Scientists set out last Friday on year long voyage to study the effects of climate change on the arctic
Last Friday, the Alfred Wegener Institute’s flagship, the Polarstern, slipped its moorings and headed north to float among the ice of the Arctic for the next year in the hope of studying the effects climate change has had on the arctic and how it may affect the region in the future. The expedition, called the Multidisciplinary drifting Observatory for the Study of Arctic Climate (MOSAiC), includes at least 60 scientists from Norway, the United States, and various other countries, plus about 40 members that make up the ship’s crew. The Polarstern, which will act as a floating research hub, will study how climate change affects the Arctic microbiome, the surrounding ocean environments, arctic ice and snow melt, and the rate of warming of the ocean and air. ~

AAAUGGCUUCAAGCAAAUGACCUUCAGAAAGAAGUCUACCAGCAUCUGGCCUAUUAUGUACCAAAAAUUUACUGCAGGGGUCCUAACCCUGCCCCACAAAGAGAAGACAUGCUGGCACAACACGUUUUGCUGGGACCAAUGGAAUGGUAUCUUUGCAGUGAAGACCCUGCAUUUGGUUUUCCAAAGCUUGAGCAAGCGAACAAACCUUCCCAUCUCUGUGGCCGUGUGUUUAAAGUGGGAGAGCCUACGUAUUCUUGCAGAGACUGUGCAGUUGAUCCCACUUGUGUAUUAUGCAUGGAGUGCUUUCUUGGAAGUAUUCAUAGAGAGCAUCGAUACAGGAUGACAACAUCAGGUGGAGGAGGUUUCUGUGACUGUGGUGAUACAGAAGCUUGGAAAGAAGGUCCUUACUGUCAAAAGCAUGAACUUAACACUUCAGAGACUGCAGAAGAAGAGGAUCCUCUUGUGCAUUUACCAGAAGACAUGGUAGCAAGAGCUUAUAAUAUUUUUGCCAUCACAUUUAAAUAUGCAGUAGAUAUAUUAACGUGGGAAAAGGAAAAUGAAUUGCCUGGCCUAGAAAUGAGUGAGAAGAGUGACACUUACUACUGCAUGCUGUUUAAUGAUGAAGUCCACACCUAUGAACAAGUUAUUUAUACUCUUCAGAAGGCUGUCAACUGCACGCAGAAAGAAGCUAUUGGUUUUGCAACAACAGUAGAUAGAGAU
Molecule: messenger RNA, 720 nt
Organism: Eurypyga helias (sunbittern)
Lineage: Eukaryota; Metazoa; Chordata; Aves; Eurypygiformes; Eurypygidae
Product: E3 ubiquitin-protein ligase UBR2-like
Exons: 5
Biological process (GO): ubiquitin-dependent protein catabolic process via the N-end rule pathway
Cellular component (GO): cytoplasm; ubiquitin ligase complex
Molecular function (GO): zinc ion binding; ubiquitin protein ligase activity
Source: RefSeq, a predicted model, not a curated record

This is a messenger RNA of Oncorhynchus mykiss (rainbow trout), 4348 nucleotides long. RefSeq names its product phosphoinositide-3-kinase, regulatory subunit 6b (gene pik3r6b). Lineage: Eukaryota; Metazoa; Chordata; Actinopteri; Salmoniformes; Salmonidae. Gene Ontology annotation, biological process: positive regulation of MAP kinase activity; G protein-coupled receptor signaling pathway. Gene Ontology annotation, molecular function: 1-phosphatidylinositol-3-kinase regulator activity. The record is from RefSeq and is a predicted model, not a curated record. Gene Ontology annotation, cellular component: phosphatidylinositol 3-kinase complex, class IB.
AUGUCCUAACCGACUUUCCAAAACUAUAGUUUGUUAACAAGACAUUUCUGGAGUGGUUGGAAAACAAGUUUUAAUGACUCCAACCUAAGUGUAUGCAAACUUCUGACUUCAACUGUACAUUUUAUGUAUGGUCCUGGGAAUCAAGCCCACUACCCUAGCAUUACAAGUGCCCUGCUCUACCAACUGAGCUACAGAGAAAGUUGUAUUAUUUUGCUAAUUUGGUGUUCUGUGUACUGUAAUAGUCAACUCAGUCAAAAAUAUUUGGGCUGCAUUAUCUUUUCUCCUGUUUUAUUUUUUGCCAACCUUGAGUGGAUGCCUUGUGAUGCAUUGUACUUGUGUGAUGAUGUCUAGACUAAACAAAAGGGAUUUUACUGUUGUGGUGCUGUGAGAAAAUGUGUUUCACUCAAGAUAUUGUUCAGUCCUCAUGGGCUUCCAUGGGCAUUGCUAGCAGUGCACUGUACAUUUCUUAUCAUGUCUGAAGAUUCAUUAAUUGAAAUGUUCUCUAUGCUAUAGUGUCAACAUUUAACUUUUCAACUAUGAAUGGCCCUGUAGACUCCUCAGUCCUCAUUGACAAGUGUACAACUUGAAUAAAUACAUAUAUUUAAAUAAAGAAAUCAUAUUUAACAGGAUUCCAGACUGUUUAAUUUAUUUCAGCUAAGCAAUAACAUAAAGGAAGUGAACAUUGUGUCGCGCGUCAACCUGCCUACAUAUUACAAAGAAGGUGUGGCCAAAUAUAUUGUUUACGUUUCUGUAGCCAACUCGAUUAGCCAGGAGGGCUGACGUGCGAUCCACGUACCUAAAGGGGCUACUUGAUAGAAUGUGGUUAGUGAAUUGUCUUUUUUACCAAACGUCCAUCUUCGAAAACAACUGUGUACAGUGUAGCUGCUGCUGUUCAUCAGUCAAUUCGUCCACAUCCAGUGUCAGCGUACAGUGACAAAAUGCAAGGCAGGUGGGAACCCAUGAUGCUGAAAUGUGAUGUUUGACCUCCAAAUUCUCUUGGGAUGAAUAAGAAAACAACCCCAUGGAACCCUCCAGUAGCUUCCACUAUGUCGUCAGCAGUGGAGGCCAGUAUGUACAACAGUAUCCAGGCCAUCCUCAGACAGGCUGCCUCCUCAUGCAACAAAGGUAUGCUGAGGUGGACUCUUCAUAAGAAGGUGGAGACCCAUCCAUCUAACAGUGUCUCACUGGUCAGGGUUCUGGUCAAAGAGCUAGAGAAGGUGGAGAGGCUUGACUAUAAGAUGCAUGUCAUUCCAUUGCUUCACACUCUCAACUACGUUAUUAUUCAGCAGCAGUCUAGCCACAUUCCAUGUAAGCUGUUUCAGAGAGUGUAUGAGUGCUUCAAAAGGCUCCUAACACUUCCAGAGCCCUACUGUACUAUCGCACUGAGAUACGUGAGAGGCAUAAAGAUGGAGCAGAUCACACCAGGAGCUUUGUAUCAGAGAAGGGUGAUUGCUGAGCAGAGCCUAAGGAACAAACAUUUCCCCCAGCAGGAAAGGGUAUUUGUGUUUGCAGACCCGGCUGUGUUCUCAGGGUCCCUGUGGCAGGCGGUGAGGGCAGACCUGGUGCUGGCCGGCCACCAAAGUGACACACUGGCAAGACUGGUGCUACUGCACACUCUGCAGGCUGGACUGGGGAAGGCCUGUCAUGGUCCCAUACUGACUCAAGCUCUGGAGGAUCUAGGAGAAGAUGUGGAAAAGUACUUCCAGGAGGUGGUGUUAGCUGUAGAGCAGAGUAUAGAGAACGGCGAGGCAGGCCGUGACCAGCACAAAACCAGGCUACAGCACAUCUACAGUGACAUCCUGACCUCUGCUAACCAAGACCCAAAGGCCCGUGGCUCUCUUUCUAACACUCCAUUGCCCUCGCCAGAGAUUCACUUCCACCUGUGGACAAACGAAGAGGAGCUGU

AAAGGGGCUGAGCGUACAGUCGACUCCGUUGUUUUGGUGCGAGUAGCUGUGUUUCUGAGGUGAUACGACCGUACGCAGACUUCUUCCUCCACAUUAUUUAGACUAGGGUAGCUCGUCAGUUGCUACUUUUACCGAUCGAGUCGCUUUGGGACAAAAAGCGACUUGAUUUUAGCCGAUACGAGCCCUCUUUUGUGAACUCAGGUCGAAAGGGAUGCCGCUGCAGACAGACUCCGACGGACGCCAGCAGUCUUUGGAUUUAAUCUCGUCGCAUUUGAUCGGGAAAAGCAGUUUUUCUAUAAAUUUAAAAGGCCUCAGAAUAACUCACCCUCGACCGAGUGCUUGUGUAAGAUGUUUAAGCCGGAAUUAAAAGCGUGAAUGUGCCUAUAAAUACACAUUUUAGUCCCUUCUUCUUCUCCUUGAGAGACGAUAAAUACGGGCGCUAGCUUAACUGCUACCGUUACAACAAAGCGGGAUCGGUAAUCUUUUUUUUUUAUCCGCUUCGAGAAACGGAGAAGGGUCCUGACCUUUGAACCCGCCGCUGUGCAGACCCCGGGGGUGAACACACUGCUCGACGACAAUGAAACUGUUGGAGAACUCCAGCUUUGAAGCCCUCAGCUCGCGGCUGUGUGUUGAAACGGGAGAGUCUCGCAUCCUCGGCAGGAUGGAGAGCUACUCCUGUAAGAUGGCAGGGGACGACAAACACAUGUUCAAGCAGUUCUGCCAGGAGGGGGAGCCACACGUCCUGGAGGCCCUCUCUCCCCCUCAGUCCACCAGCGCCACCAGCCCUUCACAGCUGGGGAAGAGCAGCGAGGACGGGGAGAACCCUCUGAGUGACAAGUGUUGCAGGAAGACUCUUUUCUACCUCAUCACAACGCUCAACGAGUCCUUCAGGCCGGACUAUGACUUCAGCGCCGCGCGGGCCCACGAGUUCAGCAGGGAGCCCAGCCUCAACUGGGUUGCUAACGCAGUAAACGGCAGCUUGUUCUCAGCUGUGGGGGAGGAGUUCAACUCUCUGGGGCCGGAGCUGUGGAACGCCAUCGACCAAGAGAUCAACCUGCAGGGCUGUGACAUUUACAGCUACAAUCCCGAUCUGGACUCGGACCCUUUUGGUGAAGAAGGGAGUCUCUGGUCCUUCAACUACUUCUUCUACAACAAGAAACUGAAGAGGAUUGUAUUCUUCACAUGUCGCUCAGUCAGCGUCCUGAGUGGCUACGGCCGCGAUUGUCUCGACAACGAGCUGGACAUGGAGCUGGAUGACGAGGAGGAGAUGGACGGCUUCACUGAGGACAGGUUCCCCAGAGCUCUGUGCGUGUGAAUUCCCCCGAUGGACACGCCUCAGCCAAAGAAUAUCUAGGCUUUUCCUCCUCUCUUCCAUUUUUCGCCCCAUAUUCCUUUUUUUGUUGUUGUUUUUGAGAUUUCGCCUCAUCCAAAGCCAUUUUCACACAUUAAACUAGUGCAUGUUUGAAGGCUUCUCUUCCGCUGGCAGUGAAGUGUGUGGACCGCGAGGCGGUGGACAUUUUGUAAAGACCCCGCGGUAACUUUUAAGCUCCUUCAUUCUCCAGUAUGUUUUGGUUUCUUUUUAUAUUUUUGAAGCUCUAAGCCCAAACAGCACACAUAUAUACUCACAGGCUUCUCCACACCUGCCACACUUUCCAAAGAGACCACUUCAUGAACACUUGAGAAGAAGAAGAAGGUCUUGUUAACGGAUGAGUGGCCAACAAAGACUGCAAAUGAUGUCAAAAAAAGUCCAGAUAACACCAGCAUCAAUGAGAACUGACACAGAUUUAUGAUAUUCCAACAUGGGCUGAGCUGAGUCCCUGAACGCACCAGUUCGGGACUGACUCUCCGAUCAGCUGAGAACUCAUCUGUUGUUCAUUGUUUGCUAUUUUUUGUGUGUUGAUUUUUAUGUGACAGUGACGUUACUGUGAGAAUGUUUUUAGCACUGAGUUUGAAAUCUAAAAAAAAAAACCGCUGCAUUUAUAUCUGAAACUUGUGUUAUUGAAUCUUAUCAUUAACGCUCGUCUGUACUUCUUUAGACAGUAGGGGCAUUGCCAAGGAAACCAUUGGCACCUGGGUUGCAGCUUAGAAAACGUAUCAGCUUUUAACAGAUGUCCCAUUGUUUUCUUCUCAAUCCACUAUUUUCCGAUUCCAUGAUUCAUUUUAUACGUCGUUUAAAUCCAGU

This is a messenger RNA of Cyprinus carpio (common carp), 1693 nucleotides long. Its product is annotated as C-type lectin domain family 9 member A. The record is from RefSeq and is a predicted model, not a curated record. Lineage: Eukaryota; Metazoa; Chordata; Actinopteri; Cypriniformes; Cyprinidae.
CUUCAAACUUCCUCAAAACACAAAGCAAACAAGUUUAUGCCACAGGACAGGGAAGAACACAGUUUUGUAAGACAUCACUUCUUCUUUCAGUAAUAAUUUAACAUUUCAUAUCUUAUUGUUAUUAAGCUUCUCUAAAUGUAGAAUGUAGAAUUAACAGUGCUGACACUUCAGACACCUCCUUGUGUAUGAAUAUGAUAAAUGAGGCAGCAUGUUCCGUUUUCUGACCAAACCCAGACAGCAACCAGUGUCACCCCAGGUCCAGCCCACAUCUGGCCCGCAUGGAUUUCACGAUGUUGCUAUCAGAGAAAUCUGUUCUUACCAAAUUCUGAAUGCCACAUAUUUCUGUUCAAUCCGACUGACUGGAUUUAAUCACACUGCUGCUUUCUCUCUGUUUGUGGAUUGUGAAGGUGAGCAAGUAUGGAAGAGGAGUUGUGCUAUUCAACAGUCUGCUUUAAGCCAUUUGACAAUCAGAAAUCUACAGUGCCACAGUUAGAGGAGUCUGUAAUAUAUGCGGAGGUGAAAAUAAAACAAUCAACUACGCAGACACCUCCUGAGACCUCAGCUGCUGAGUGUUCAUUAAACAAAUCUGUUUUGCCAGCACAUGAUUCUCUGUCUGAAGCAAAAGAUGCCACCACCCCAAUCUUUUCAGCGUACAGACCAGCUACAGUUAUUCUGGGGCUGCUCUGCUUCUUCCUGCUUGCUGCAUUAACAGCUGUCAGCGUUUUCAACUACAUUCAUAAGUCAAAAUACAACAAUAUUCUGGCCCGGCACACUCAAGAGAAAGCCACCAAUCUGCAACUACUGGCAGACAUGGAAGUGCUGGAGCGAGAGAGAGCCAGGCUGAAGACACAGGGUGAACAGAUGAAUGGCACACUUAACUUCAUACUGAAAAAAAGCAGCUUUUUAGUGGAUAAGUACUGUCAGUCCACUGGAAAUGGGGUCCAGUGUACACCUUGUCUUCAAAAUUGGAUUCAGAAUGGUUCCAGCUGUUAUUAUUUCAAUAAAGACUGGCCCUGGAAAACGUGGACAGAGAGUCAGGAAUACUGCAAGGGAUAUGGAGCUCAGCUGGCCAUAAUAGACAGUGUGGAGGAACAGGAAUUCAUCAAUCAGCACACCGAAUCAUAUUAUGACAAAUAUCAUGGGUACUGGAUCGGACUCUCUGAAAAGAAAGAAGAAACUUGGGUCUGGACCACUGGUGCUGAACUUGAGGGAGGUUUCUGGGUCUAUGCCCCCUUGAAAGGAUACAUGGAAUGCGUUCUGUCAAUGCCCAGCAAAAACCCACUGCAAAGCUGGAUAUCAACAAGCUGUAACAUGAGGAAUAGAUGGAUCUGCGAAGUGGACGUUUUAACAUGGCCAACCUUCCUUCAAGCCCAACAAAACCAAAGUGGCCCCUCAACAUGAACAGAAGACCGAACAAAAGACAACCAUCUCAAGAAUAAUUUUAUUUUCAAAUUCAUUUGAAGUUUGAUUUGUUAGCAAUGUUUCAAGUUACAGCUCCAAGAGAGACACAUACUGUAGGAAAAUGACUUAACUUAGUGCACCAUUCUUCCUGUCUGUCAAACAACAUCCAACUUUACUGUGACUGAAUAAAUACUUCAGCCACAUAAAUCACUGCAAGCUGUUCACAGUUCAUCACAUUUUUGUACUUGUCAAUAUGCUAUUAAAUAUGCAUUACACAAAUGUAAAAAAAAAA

According to NASA, since 1880, the average global temperature has risen 1.4 degrees fahrenheit. While this may not seem like a lot of warming, it has far reaching negative effects on the global environment.These effects include the increase in the length and frequency of droughts, as well as the increase in the intensity and frequency of hurricanes, floods, and wildfires. However, the warming effects of climate change that have occurred have had more drastic effects in the Arctic. Ice coverage in the Arctic is near the record low that was reported in 2012 by the National Snow and Ice Data Center in Colorado. According to The New York Times, Dr. Rex, the lead researcher on the MOSAiC expedition, says that “we need to understand what is driving that rapid climate change. Most data gathered about the Arctic climate can only be gathered in the summer months while the much of the ice is melted. However, with the MOSAiC project the Polarstern will float among the ice, allowing it to take accurate data, year-round.” ~
According to Dr. Rex, there is a lot of research that needs to occur so future policy makers can make wise decisions when looking to the future. Regardless of the extent of climate change, the expedition looks to be a small step into the reams of data would still need to be collected in order for scientists and policy makers to fully understand the complex issue. ~
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